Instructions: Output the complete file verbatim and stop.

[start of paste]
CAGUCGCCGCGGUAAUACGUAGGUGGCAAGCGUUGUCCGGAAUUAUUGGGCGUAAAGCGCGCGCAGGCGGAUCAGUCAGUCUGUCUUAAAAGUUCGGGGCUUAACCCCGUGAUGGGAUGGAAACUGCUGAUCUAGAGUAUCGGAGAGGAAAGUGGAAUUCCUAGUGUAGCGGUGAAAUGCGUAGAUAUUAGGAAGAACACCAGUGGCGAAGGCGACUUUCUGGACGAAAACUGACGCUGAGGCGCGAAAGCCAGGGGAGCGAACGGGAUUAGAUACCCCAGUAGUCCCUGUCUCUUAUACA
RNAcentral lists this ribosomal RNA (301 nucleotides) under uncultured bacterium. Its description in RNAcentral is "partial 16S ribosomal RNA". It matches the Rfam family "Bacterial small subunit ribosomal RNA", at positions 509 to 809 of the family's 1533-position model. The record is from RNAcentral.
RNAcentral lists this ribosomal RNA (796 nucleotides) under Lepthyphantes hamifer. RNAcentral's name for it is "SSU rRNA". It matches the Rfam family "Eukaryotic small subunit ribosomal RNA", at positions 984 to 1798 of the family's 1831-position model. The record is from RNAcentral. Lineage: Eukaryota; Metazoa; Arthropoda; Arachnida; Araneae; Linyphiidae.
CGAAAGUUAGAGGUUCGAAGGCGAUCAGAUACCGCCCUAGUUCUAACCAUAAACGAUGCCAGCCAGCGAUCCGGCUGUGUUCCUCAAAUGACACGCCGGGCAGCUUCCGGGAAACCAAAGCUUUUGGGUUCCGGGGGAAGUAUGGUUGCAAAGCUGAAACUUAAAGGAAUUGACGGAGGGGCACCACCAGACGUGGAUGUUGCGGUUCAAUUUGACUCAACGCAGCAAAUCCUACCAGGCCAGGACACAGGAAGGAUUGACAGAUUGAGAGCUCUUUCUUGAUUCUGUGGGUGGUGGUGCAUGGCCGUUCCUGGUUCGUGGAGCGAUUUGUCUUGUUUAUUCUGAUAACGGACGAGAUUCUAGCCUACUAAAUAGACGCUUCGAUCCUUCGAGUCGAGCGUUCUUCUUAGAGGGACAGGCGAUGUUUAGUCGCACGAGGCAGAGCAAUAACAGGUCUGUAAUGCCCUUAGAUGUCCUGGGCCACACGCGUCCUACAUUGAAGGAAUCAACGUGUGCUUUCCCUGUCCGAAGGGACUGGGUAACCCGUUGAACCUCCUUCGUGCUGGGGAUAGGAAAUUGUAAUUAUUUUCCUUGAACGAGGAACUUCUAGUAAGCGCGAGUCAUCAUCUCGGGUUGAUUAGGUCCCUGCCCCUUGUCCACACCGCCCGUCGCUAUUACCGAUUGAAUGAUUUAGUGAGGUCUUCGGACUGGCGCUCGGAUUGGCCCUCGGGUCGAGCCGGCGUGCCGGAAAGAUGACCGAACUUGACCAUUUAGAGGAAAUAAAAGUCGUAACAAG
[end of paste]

CAGUCGCCGCGGUAAUACGUAGGUGGCAAGCGUUGUCCGGAAUUAUUGGGCGUAAAGCGCGCGCAGGCGGAUCAGUCAGUCUGUCUUAAAAGUUCGGGGCUUAACCCCGUGAUGGGAUGGAAACUGCUGAUCUAGAGUAUCGGAGAGGAAAGUGGAAUUCCUAGUGUAGCGGUGAAAUGCGUAGAUAUUAGGAAGAACACCAGUGGCGAAGGCGACUUUCUGGACGAAAACUGACGCUGAGGCGCGAAAGCCAGGGGAGCGAACGGGAUUAGAUACCCCAGUAGUCCCUGUCUCUUAUACA
RNAcentral lists this ribosomal RNA (301 nucleotides) under uncultured bacterium. Its description in RNAcentral is "partial 16S ribosomal RNA". It matches the Rfam family "Bacterial small subunit ribosomal RNA", at positions 509 to 809 of the family's 1533-position model. The record is from RNAcentral.
RNAcentral lists this ribosomal RNA (796 nucleotides) under Lepthyphantes hamifer. RNAcentral's name for it is "SSU rRNA". It matches the Rfam family "Eukaryotic small subunit ribosomal RNA", at positions 984 to 1798 of the family's 1831-position model. The record is from RNAcentral. Lineage: Eukaryota; Metazoa; Arthropoda; Arachnida; Araneae; Linyphiidae.
CGAAAGUUAGAGGUUCGAAGGCGAUCAGAUACCGCCCUAGUUCUAACCAUAAACGAUGCCAGCCAGCGAUCCGGCUGUGUUCCUCAAAUGACACGCCGGGCAGCUUCCGGGAAACCAAAGCUUUUGGGUUCCGGGGGAAGUAUGGUUGCAAAGCUGAAACUUAAAGGAAUUGACGGAGGGGCACCACCAGACGUGGAUGUUGCGGUUCAAUUUGACUCAACGCAGCAAAUCCUACCAGGCCAGGACACAGGAAGGAUUGACAGAUUGAGAGCUCUUUCUUGAUUCUGUGGGUGGUGGUGCAUGGCCGUUCCUGGUUCGUGGAGCGAUUUGUCUUGUUUAUUCUGAUAACGGACGAGAUUCUAGCCUACUAAAUAGACGCUUCGAUCCUUCGAGUCGAGCGUUCUUCUUAGAGGGACAGGCGAUGUUUAGUCGCACGAGGCAGAGCAAUAACAGGUCUGUAAUGCCCUUAGAUGUCCUGGGCCACACGCGUCCUACAUUGAAGGAAUCAACGUGUGCUUUCCCUGUCCGAAGGGACUGGGUAACCCGUUGAACCUCCUUCGUGCUGGGGAUAGGAAAUUGUAAUUAUUUUCCUUGAACGAGGAACUUCUAGUAAGCGCGAGUCAUCAUCUCGGGUUGAUUAGGUCCCUGCCCCUUGUCCACACCGCCCGUCGCUAUUACCGAUUGAAUGAUUUAGUGAGGUCUUCGGACUGGCGCUCGGAUUGGCCCUCGGGUCGAGCCGGCGUGCCGGAAAGAUGACCGAACUUGACCAUUUAGAGGAAAUAAAAGUCGUAACAAG